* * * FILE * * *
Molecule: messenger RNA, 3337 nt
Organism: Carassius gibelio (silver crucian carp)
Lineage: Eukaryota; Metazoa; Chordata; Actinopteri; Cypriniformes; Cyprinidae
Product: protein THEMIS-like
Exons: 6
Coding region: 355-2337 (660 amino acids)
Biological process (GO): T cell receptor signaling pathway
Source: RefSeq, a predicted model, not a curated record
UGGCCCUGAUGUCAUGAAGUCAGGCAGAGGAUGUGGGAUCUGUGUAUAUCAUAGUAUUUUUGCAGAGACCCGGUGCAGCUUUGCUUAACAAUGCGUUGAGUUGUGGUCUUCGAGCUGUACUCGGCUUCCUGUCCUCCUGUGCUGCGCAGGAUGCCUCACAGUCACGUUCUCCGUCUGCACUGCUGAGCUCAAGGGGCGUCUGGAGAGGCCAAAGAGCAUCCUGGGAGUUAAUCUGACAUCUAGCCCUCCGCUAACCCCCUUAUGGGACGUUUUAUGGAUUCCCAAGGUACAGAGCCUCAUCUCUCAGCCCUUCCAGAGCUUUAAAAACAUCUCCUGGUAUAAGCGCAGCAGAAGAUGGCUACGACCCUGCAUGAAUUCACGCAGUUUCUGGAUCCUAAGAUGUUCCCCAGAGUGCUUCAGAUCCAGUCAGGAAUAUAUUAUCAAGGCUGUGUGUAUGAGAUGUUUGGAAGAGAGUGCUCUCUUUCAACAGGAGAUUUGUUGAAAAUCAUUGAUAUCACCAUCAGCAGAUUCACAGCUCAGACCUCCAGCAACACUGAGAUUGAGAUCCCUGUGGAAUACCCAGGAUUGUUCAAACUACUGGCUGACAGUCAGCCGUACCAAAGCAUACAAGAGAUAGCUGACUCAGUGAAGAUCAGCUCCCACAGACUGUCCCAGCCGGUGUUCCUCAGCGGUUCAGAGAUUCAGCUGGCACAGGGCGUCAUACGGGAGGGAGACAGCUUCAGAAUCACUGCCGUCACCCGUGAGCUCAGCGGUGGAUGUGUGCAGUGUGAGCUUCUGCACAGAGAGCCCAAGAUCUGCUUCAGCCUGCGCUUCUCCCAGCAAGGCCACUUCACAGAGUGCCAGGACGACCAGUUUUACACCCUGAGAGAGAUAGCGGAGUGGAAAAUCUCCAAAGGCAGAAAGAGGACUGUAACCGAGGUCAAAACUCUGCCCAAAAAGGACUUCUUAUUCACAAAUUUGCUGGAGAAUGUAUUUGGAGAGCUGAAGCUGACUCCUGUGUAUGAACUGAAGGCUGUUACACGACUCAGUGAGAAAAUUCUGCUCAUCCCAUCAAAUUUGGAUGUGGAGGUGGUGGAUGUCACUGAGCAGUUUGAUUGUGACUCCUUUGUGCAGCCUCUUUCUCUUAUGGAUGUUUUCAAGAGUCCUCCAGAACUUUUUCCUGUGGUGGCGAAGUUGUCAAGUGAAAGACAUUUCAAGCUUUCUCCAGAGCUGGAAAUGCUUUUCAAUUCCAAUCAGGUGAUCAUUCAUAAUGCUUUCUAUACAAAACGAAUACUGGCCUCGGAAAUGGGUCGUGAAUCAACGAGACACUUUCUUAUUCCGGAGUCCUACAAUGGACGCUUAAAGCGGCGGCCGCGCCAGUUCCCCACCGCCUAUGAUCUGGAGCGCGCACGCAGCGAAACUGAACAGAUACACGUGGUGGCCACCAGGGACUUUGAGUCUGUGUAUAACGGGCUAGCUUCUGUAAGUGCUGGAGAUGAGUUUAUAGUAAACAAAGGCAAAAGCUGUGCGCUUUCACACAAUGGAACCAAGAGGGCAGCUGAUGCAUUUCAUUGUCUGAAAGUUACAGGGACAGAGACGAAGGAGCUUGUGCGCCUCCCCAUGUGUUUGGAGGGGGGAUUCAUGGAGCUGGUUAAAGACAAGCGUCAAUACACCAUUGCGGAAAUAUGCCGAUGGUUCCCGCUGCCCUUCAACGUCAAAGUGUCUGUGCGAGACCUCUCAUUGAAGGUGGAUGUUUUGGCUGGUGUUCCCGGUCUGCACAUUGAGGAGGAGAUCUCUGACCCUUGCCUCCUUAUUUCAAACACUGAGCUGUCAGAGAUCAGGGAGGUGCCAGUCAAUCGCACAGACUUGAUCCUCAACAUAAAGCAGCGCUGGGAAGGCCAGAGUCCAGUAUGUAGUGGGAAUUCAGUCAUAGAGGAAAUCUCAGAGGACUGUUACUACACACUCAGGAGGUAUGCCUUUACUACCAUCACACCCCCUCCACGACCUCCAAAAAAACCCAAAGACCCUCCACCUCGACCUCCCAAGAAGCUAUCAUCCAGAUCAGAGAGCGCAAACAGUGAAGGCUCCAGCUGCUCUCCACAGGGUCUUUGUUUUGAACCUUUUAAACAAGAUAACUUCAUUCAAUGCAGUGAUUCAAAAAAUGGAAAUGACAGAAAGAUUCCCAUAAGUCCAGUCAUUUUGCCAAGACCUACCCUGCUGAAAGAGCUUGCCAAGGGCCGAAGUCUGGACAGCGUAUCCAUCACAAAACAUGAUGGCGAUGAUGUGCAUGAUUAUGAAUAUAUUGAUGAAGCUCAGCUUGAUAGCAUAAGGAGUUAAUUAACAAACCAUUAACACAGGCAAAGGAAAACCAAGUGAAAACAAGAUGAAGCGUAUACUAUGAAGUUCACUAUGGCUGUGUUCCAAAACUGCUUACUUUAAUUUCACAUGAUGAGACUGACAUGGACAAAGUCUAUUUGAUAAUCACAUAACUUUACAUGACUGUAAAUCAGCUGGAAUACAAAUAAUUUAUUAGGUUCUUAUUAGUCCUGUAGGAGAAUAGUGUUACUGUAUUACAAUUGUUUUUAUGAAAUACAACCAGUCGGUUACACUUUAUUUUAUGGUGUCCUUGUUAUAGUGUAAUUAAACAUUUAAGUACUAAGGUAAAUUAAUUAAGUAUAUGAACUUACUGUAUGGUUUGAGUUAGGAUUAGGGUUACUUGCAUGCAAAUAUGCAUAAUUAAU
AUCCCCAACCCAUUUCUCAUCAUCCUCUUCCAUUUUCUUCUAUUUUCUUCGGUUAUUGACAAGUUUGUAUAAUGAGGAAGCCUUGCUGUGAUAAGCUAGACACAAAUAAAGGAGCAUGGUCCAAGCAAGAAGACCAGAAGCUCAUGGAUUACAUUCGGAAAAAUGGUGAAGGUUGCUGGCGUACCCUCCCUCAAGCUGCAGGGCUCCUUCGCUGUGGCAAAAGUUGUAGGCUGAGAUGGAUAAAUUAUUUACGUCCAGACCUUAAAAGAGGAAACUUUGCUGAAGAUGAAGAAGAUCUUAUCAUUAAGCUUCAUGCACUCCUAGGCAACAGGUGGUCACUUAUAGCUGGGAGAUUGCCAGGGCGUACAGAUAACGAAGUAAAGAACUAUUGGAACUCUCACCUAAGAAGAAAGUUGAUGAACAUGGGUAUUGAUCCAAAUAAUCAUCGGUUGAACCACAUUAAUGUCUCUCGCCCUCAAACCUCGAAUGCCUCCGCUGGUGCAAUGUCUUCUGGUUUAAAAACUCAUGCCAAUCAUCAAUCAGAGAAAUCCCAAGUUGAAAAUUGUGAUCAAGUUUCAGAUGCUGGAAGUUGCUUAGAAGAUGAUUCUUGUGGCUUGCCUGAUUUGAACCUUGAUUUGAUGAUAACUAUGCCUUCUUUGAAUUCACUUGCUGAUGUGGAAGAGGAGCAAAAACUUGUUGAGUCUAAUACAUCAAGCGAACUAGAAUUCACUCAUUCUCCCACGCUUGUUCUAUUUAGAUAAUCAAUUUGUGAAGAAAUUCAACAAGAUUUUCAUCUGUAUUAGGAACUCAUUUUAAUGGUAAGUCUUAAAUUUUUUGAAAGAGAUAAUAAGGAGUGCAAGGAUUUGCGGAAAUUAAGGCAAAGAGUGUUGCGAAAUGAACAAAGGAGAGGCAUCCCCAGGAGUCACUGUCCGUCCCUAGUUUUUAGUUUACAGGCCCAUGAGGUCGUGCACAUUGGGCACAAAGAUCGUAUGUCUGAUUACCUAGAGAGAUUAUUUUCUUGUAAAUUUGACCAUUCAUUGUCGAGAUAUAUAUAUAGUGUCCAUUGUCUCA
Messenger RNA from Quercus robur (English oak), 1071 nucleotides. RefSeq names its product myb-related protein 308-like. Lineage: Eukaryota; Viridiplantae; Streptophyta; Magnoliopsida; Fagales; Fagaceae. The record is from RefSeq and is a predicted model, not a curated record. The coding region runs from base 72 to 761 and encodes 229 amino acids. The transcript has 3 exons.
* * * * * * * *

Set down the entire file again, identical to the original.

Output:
Molecule: messenger RNA, 3337 nt
Organism: Carassius gibelio (silver crucian carp)
Lineage: Eukaryota; Metazoa; Chordata; Actinopteri; Cypriniformes; Cyprinidae
Product: protein THEMIS-like
Exons: 6
Coding region: 355-2337 (660 amino acids)
Biological process (GO): T cell receptor signaling pathway
Source: RefSeq, a predicted model, not a curated record
UGGCCCUGAUGUCAUGAAGUCAGGCAGAGGAUGUGGGAUCUGUGUAUAUCAUAGUAUUUUUGCAGAGACCCGGUGCAGCUUUGCUUAACAAUGCGUUGAGUUGUGGUCUUCGAGCUGUACUCGGCUUCCUGUCCUCCUGUGCUGCGCAGGAUGCCUCACAGUCACGUUCUCCGUCUGCACUGCUGAGCUCAAGGGGCGUCUGGAGAGGCCAAAGAGCAUCCUGGGAGUUAAUCUGACAUCUAGCCCUCCGCUAACCCCCUUAUGGGACGUUUUAUGGAUUCCCAAGGUACAGAGCCUCAUCUCUCAGCCCUUCCAGAGCUUUAAAAACAUCUCCUGGUAUAAGCGCAGCAGAAGAUGGCUACGACCCUGCAUGAAUUCACGCAGUUUCUGGAUCCUAAGAUGUUCCCCAGAGUGCUUCAGAUCCAGUCAGGAAUAUAUUAUCAAGGCUGUGUGUAUGAGAUGUUUGGAAGAGAGUGCUCUCUUUCAACAGGAGAUUUGUUGAAAAUCAUUGAUAUCACCAUCAGCAGAUUCACAGCUCAGACCUCCAGCAACACUGAGAUUGAGAUCCCUGUGGAAUACCCAGGAUUGUUCAAACUACUGGCUGACAGUCAGCCGUACCAAAGCAUACAAGAGAUAGCUGACUCAGUGAAGAUCAGCUCCCACAGACUGUCCCAGCCGGUGUUCCUCAGCGGUUCAGAGAUUCAGCUGGCACAGGGCGUCAUACGGGAGGGAGACAGCUUCAGAAUCACUGCCGUCACCCGUGAGCUCAGCGGUGGAUGUGUGCAGUGUGAGCUUCUGCACAGAGAGCCCAAGAUCUGCUUCAGCCUGCGCUUCUCCCAGCAAGGCCACUUCACAGAGUGCCAGGACGACCAGUUUUACACCCUGAGAGAGAUAGCGGAGUGGAAAAUCUCCAAAGGCAGAAAGAGGACUGUAACCGAGGUCAAAACUCUGCCCAAAAAGGACUUCUUAUUCACAAAUUUGCUGGAGAAUGUAUUUGGAGAGCUGAAGCUGACUCCUGUGUAUGAACUGAAGGCUGUUACACGACUCAGUGAGAAAAUUCUGCUCAUCCCAUCAAAUUUGGAUGUGGAGGUGGUGGAUGUCACUGAGCAGUUUGAUUGUGACUCCUUUGUGCAGCCUCUUUCUCUUAUGGAUGUUUUCAAGAGUCCUCCAGAACUUUUUCCUGUGGUGGCGAAGUUGUCAAGUGAAAGACAUUUCAAGCUUUCUCCAGAGCUGGAAAUGCUUUUCAAUUCCAAUCAGGUGAUCAUUCAUAAUGCUUUCUAUACAAAACGAAUACUGGCCUCGGAAAUGGGUCGUGAAUCAACGAGACACUUUCUUAUUCCGGAGUCCUACAAUGGACGCUUAAAGCGGCGGCCGCGCCAGUUCCCCACCGCCUAUGAUCUGGAGCGCGCACGCAGCGAAACUGAACAGAUACACGUGGUGGCCACCAGGGACUUUGAGUCUGUGUAUAACGGGCUAGCUUCUGUAAGUGCUGGAGAUGAGUUUAUAGUAAACAAAGGCAAAAGCUGUGCGCUUUCACACAAUGGAACCAAGAGGGCAGCUGAUGCAUUUCAUUGUCUGAAAGUUACAGGGACAGAGACGAAGGAGCUUGUGCGCCUCCCCAUGUGUUUGGAGGGGGGAUUCAUGGAGCUGGUUAAAGACAAGCGUCAAUACACCAUUGCGGAAAUAUGCCGAUGGUUCCCGCUGCCCUUCAACGUCAAAGUGUCUGUGCGAGACCUCUCAUUGAAGGUGGAUGUUUUGGCUGGUGUUCCCGGUCUGCACAUUGAGGAGGAGAUCUCUGACCCUUGCCUCCUUAUUUCAAACACUGAGCUGUCAGAGAUCAGGGAGGUGCCAGUCAAUCGCACAGACUUGAUCCUCAACAUAAAGCAGCGCUGGGAAGGCCAGAGUCCAGUAUGUAGUGGGAAUUCAGUCAUAGAGGAAAUCUCAGAGGACUGUUACUACACACUCAGGAGGUAUGCCUUUACUACCAUCACACCCCCUCCACGACCUCCAAAAAAACCCAAAGACCCUCCACCUCGACCUCCCAAGAAGCUAUCAUCCAGAUCAGAGAGCGCAAACAGUGAAGGCUCCAGCUGCUCUCCACAGGGUCUUUGUUUUGAACCUUUUAAACAAGAUAACUUCAUUCAAUGCAGUGAUUCAAAAAAUGGAAAUGACAGAAAGAUUCCCAUAAGUCCAGUCAUUUUGCCAAGACCUACCCUGCUGAAAGAGCUUGCCAAGGGCCGAAGUCUGGACAGCGUAUCCAUCACAAAACAUGAUGGCGAUGAUGUGCAUGAUUAUGAAUAUAUUGAUGAAGCUCAGCUUGAUAGCAUAAGGAGUUAAUUAACAAACCAUUAACACAGGCAAAGGAAAACCAAGUGAAAACAAGAUGAAGCGUAUACUAUGAAGUUCACUAUGGCUGUGUUCCAAAACUGCUUACUUUAAUUUCACAUGAUGAGACUGACAUGGACAAAGUCUAUUUGAUAAUCACAUAACUUUACAUGACUGUAAAUCAGCUGGAAUACAAAUAAUUUAUUAGGUUCUUAUUAGUCCUGUAGGAGAAUAGUGUUACUGUAUUACAAUUGUUUUUAUGAAAUACAACCAGUCGGUUACACUUUAUUUUAUGGUGUCCUUGUUAUAGUGUAAUUAAACAUUUAAGUACUAAGGUAAAUUAAUUAAGUAUAUGAACUUACUGUAUGGUUUGAGUUAGGAUUAGGGUUACUUGCAUGCAAAUAUGCAUAAUUAAU
AUCCCCAACCCAUUUCUCAUCAUCCUCUUCCAUUUUCUUCUAUUUUCUUCGGUUAUUGACAAGUUUGUAUAAUGAGGAAGCCUUGCUGUGAUAAGCUAGACACAAAUAAAGGAGCAUGGUCCAAGCAAGAAGACCAGAAGCUCAUGGAUUACAUUCGGAAAAAUGGUGAAGGUUGCUGGCGUACCCUCCCUCAAGCUGCAGGGCUCCUUCGCUGUGGCAAAAGUUGUAGGCUGAGAUGGAUAAAUUAUUUACGUCCAGACCUUAAAAGAGGAAACUUUGCUGAAGAUGAAGAAGAUCUUAUCAUUAAGCUUCAUGCACUCCUAGGCAACAGGUGGUCACUUAUAGCUGGGAGAUUGCCAGGGCGUACAGAUAACGAAGUAAAGAACUAUUGGAACUCUCACCUAAGAAGAAAGUUGAUGAACAUGGGUAUUGAUCCAAAUAAUCAUCGGUUGAACCACAUUAAUGUCUCUCGCCCUCAAACCUCGAAUGCCUCCGCUGGUGCAAUGUCUUCUGGUUUAAAAACUCAUGCCAAUCAUCAAUCAGAGAAAUCCCAAGUUGAAAAUUGUGAUCAAGUUUCAGAUGCUGGAAGUUGCUUAGAAGAUGAUUCUUGUGGCUUGCCUGAUUUGAACCUUGAUUUGAUGAUAACUAUGCCUUCUUUGAAUUCACUUGCUGAUGUGGAAGAGGAGCAAAAACUUGUUGAGUCUAAUACAUCAAGCGAACUAGAAUUCACUCAUUCUCCCACGCUUGUUCUAUUUAGAUAAUCAAUUUGUGAAGAAAUUCAACAAGAUUUUCAUCUGUAUUAGGAACUCAUUUUAAUGGUAAGUCUUAAAUUUUUUGAAAGAGAUAAUAAGGAGUGCAAGGAUUUGCGGAAAUUAAGGCAAAGAGUGUUGCGAAAUGAACAAAGGAGAGGCAUCCCCAGGAGUCACUGUCCGUCCCUAGUUUUUAGUUUACAGGCCCAUGAGGUCGUGCACAUUGGGCACAAAGAUCGUAUGUCUGAUUACCUAGAGAGAUUAUUUUCUUGUAAAUUUGACCAUUCAUUGUCGAGAUAUAUAUAUAGUGUCCAUUGUCUCA
Messenger RNA from Quercus robur (English oak), 1071 nucleotides. RefSeq names its product myb-related protein 308-like. Lineage: Eukaryota; Viridiplantae; Streptophyta; Magnoliopsida; Fagales; Fagaceae. The record is from RefSeq and is a predicted model, not a curated record. The coding region runs from base 72 to 761 and encodes 229 amino acids. The transcript has 3 exons.